The main bore hole was drilled next to the initial mini hole test and shows the indicative residue of grey colored tailings from the Martian subsurface seen distributed around the new hole.

Curiosity rover successfully drills into Martian outcrop at Buckskin rock target at current work site at base of Mount Sharp in August 2015, in this mosaic showing full depth drill hole and initial test hole, with grey colored subsurface tailings and mineral veins on surrounding Red Planet terrain. This high resolution photo mosaic is a multisol composite of color images taken by the mast mounted Mastcam-100 color camera up to Sol 1060, July 31, 2015. Credit: NASA/JPL-Caltech/Ken Kremer/ Di Lorenzo

Curiosity has now moved on from the “Marias Pass” area.

Curiosity recently celebrated 1000 Sols of exploration on Mars on May 31, 2015 – detailed here with our Sol 1000 mosaic also featured at Astronomy Picture of the Day on June 13, 2015.

As of today, Sol 1080, August 20, 2015, she has driven some 6.9 miles (11.1 kilometers) kilometers and taken over 260,000 amazing images.

Curiosity rover scans toward south east around Marias Pass area at the base of Mount Sharp on Mars on Sol 1074, Aug. 14, 2015 in this photo mosaic stitched from Mastcam color camera raw images. Credit: NASA/JPL/MSSS/Marco Di Lorenzo/Ken Kremer/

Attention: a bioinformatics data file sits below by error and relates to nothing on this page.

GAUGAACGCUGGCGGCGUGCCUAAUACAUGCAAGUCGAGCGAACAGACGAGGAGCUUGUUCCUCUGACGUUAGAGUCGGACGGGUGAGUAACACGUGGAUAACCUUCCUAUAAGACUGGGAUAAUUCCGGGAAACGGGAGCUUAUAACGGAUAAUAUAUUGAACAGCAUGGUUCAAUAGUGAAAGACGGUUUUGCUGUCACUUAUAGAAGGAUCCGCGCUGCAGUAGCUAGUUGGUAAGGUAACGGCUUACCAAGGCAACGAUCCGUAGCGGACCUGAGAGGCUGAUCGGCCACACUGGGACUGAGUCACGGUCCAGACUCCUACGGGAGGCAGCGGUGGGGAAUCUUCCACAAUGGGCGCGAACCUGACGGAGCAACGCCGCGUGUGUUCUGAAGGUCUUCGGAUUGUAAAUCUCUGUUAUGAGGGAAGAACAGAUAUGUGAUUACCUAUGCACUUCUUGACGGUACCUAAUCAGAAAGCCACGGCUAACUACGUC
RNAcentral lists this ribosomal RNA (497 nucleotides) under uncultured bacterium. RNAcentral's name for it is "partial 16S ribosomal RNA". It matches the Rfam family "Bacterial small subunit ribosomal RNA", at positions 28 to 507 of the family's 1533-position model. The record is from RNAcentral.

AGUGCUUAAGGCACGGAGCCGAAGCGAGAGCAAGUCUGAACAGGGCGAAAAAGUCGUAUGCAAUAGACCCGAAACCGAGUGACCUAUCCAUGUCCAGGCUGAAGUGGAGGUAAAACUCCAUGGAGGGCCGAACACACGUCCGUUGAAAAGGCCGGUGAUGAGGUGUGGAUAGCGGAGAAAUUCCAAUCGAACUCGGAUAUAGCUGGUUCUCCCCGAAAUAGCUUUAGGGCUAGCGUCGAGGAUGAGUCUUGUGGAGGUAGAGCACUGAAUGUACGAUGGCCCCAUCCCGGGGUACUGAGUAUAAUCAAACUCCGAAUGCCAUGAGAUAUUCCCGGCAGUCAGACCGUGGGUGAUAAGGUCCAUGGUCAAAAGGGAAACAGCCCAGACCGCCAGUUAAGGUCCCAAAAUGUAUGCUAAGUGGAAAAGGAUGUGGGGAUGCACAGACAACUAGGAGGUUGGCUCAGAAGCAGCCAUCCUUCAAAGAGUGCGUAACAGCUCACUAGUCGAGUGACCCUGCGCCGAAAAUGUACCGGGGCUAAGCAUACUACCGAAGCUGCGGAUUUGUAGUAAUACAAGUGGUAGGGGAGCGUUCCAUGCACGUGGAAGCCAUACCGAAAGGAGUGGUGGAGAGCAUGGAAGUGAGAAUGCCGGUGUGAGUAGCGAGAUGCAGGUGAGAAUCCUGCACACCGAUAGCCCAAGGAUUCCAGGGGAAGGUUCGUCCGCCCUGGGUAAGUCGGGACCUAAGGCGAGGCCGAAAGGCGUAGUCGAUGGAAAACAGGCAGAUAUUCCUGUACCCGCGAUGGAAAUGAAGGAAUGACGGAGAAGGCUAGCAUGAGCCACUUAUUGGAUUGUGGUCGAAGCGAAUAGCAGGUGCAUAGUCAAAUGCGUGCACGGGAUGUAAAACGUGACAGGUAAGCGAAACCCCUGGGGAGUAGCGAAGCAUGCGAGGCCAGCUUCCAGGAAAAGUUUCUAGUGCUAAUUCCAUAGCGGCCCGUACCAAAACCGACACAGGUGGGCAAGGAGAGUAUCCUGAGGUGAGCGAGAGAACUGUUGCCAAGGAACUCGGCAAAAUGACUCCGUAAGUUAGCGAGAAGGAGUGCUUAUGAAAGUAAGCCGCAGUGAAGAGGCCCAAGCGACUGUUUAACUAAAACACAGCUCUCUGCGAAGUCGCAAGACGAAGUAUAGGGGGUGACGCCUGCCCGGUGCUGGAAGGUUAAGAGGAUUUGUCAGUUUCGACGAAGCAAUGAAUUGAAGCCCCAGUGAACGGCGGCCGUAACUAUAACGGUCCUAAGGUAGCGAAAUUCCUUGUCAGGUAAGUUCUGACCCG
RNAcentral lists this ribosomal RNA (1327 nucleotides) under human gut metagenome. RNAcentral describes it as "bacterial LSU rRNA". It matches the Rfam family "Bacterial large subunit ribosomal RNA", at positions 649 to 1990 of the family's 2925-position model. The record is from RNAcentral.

Curiosity has already accomplished her primary objective of discovering a habitable zone on the Red Planet – at the Yellowknife Bay area – that contains the minerals necessary to support microbial life in the ancient past when Mars was far wetter and warmer billions of years ago.

Stay tuned here for Ken’s continuing Earth and planetary science and human spaceflight news.

Ken Kremer

Ken Kremer

Dr. Ken Kremer is a speaker, research scientist, freelance science journalist (KSC area,FL) and photographer whose articles, space exploration images and Mars mosaics have appeared in magazines, books, websites and calendars including Astronomy Picture of the Day, NBC, FOX, BBC,, Spaceflight Now, Science and the covers of Aviation Week & Space Technology, Spaceflight and the Explorers Club magazines. Ken has presented at numerous educational institutions, civic & religious organizations, museums and astronomy clubs. Ken has reported first hand from the Kennedy Space Center, Cape Canaveral, NASA Wallops, NASA Michoud/Stennis/Langley and on over 80 launches including 8 shuttle launches. He lectures on both Human and Robotic spaceflight - Follow Ken on Facebook and Twitter